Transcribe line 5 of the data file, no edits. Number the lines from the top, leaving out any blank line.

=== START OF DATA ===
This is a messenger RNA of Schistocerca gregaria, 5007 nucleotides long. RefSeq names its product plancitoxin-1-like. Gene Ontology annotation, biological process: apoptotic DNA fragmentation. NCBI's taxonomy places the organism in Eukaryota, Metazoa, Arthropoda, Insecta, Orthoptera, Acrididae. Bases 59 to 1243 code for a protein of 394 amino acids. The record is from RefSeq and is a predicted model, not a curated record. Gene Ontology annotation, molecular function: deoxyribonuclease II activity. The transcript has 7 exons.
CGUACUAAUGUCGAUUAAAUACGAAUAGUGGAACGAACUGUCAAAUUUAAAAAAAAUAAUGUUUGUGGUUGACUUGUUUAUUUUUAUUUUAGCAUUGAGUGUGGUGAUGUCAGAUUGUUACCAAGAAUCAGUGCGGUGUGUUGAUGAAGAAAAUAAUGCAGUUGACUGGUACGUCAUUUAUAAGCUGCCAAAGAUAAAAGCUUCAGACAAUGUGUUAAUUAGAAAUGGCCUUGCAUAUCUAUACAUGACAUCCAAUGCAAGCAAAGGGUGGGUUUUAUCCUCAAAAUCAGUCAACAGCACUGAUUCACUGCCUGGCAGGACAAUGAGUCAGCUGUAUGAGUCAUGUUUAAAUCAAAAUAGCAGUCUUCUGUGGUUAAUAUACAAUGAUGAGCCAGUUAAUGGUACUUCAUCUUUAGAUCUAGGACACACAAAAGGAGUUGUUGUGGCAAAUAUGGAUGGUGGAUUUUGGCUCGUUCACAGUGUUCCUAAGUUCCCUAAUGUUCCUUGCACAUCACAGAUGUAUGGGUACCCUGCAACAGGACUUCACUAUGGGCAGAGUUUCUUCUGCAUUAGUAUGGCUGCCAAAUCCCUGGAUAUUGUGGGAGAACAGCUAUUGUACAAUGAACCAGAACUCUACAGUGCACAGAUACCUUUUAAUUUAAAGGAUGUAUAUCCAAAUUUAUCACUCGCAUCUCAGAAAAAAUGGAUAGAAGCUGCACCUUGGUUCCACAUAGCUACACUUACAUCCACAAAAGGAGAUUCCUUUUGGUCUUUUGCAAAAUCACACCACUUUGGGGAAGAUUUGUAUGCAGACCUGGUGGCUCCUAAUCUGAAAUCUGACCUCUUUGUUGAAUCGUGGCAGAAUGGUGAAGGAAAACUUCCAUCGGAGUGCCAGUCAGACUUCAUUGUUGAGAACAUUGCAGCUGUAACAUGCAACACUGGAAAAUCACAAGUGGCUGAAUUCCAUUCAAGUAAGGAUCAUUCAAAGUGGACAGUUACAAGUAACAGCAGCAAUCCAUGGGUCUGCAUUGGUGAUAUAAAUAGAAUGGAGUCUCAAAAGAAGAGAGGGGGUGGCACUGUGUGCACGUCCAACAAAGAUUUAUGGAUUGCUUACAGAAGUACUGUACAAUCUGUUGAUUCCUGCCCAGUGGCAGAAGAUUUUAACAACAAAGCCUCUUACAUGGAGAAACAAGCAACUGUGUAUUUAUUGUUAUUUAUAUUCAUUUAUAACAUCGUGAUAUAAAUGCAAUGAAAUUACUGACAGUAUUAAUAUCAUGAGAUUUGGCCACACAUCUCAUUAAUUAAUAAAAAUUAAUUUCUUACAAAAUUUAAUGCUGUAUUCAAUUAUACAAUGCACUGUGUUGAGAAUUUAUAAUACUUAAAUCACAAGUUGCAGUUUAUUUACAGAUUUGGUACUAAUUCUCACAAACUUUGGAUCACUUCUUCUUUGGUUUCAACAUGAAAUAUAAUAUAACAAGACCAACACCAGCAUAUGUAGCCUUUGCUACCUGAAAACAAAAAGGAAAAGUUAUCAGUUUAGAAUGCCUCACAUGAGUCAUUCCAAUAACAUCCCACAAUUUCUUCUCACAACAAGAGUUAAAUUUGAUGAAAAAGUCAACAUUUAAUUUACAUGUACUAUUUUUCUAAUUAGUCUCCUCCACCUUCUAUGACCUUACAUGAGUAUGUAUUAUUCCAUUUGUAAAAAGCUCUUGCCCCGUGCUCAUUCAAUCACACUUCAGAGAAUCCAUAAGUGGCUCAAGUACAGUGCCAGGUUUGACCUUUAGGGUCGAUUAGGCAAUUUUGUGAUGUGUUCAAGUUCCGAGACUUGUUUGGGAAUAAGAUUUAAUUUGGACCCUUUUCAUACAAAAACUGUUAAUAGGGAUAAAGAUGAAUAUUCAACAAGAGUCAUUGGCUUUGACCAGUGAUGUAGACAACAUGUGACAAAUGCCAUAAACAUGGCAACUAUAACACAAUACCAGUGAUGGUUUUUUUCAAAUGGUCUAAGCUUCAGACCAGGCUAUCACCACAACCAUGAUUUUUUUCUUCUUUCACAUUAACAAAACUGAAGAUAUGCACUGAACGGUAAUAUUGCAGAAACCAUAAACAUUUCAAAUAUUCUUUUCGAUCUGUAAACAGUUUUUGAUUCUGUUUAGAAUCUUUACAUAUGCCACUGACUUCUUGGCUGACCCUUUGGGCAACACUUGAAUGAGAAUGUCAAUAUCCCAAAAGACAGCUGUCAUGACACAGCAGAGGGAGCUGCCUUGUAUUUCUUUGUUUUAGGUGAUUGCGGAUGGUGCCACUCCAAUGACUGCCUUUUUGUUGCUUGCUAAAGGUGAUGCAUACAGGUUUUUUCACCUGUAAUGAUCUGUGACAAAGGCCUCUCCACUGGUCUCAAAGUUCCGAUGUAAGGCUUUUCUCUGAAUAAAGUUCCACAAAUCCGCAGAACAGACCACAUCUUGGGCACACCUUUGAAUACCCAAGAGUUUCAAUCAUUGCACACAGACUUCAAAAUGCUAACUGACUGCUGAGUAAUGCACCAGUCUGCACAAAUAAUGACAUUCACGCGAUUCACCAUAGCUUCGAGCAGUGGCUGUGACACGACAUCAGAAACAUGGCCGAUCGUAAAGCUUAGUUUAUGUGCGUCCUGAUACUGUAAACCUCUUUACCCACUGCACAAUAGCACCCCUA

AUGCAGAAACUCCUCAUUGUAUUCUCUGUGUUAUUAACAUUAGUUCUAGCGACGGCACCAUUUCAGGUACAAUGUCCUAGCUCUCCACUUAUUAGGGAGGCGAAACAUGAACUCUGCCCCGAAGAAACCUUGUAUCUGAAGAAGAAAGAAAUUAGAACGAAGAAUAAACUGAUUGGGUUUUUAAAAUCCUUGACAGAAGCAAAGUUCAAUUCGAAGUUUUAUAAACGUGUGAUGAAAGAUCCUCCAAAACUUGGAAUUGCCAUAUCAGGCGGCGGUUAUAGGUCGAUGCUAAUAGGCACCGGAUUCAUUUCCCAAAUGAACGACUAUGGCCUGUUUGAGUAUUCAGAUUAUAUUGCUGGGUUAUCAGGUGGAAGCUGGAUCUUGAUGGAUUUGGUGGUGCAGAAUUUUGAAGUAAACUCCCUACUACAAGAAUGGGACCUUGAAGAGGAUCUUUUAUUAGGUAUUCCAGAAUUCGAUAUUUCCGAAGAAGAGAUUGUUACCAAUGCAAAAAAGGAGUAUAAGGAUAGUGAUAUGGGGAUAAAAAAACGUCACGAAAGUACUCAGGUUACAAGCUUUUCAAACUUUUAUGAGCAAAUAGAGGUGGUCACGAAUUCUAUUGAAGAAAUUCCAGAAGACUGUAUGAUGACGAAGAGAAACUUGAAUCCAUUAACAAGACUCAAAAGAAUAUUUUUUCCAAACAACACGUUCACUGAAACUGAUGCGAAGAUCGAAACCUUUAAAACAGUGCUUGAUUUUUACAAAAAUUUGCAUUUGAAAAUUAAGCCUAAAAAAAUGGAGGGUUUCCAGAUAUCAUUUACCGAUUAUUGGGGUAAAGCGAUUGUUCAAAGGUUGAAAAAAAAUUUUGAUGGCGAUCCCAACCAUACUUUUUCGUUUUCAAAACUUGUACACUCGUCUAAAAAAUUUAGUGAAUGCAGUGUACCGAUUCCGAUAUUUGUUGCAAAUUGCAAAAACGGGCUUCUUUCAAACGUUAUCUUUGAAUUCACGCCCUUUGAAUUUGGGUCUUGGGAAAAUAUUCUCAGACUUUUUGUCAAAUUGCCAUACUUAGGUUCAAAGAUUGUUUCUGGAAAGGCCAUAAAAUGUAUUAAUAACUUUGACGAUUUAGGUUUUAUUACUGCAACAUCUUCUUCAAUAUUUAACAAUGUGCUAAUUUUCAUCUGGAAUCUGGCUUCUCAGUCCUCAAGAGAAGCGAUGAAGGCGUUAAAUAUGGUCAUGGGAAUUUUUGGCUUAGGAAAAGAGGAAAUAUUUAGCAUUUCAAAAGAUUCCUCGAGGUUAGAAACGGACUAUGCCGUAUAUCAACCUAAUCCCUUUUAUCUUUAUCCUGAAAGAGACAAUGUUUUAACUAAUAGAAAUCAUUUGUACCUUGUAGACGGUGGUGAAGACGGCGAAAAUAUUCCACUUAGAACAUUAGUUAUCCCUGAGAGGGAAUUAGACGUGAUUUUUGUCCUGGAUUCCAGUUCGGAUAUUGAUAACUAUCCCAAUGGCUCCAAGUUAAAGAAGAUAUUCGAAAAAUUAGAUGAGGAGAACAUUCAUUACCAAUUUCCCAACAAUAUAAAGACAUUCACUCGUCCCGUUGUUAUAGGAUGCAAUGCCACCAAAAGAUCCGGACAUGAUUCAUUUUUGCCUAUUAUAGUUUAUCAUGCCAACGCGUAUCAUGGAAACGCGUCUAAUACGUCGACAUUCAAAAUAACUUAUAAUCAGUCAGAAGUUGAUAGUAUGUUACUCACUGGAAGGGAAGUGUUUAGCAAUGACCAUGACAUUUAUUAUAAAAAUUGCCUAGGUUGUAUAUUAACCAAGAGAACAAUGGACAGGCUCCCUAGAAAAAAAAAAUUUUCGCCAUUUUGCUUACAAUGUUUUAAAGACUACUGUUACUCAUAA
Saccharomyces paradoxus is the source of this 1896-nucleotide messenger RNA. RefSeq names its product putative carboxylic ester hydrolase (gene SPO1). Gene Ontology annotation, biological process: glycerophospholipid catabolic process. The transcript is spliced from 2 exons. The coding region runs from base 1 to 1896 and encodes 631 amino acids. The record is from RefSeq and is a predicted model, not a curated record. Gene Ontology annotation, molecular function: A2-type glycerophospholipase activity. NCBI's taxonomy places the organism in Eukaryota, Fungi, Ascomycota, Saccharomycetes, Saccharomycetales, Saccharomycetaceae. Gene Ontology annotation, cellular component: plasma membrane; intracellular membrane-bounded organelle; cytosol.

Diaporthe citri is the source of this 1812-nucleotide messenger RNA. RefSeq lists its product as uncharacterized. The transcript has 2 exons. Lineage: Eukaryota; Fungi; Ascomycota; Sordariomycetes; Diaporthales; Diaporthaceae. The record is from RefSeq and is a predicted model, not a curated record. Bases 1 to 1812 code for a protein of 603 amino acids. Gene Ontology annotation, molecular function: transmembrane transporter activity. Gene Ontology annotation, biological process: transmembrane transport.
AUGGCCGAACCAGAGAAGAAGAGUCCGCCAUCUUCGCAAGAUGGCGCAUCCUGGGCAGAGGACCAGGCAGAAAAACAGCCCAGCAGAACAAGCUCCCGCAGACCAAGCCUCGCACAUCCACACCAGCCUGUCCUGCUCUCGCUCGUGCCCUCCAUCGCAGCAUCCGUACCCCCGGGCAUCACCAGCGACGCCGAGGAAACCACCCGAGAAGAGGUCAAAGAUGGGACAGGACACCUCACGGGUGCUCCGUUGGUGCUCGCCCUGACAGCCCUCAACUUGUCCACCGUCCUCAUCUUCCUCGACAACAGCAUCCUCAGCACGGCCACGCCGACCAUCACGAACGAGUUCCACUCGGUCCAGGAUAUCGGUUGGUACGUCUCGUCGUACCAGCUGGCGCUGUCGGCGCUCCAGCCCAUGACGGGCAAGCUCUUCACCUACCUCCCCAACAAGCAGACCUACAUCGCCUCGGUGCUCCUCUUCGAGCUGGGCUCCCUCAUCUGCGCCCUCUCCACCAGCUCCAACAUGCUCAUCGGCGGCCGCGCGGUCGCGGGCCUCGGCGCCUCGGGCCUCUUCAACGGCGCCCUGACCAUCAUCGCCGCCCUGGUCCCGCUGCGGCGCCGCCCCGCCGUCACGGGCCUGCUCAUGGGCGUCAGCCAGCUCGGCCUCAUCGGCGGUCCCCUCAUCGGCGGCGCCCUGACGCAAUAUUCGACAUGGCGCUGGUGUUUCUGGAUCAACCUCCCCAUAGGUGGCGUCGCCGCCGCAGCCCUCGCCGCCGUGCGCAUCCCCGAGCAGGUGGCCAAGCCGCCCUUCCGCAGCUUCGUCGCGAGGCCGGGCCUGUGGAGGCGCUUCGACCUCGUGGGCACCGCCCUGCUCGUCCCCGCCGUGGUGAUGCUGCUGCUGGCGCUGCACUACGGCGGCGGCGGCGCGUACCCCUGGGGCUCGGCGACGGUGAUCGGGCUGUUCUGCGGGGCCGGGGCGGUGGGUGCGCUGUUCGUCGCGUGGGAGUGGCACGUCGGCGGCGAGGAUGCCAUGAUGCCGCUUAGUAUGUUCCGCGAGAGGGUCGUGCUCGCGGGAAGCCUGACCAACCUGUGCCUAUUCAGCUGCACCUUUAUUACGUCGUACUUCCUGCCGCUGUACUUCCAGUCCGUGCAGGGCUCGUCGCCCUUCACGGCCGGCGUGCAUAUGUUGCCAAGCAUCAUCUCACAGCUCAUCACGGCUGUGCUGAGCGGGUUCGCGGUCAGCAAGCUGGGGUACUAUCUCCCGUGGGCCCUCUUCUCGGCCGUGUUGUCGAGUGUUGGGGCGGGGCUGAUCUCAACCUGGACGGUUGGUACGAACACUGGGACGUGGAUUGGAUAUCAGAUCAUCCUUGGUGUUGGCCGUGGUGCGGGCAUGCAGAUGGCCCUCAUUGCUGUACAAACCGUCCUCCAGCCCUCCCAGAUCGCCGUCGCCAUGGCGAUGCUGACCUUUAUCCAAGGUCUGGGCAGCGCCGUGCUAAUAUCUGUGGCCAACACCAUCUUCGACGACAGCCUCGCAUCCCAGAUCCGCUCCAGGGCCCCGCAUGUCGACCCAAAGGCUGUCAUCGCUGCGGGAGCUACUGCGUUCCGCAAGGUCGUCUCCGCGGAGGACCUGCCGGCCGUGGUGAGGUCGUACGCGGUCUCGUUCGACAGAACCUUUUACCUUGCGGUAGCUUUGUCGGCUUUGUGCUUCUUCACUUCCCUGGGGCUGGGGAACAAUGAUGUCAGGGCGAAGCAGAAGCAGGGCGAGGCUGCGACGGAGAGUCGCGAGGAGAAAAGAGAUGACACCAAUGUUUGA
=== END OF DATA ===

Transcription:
Diaporthe citri is the source of this 1812-nucleotide messenger RNA. RefSeq lists its product as uncharacterized. The transcript has 2 exons. Lineage: Eukaryota; Fungi; Ascomycota; Sordariomycetes; Diaporthales; Diaporthaceae. The record is from RefSeq and is a predicted model, not a curated record. Bases 1 to 1812 code for a protein of 603 amino acids. Gene Ontology annotation, molecular function: transmembrane transporter activity. Gene Ontology annotation, biological process: transmembrane transport.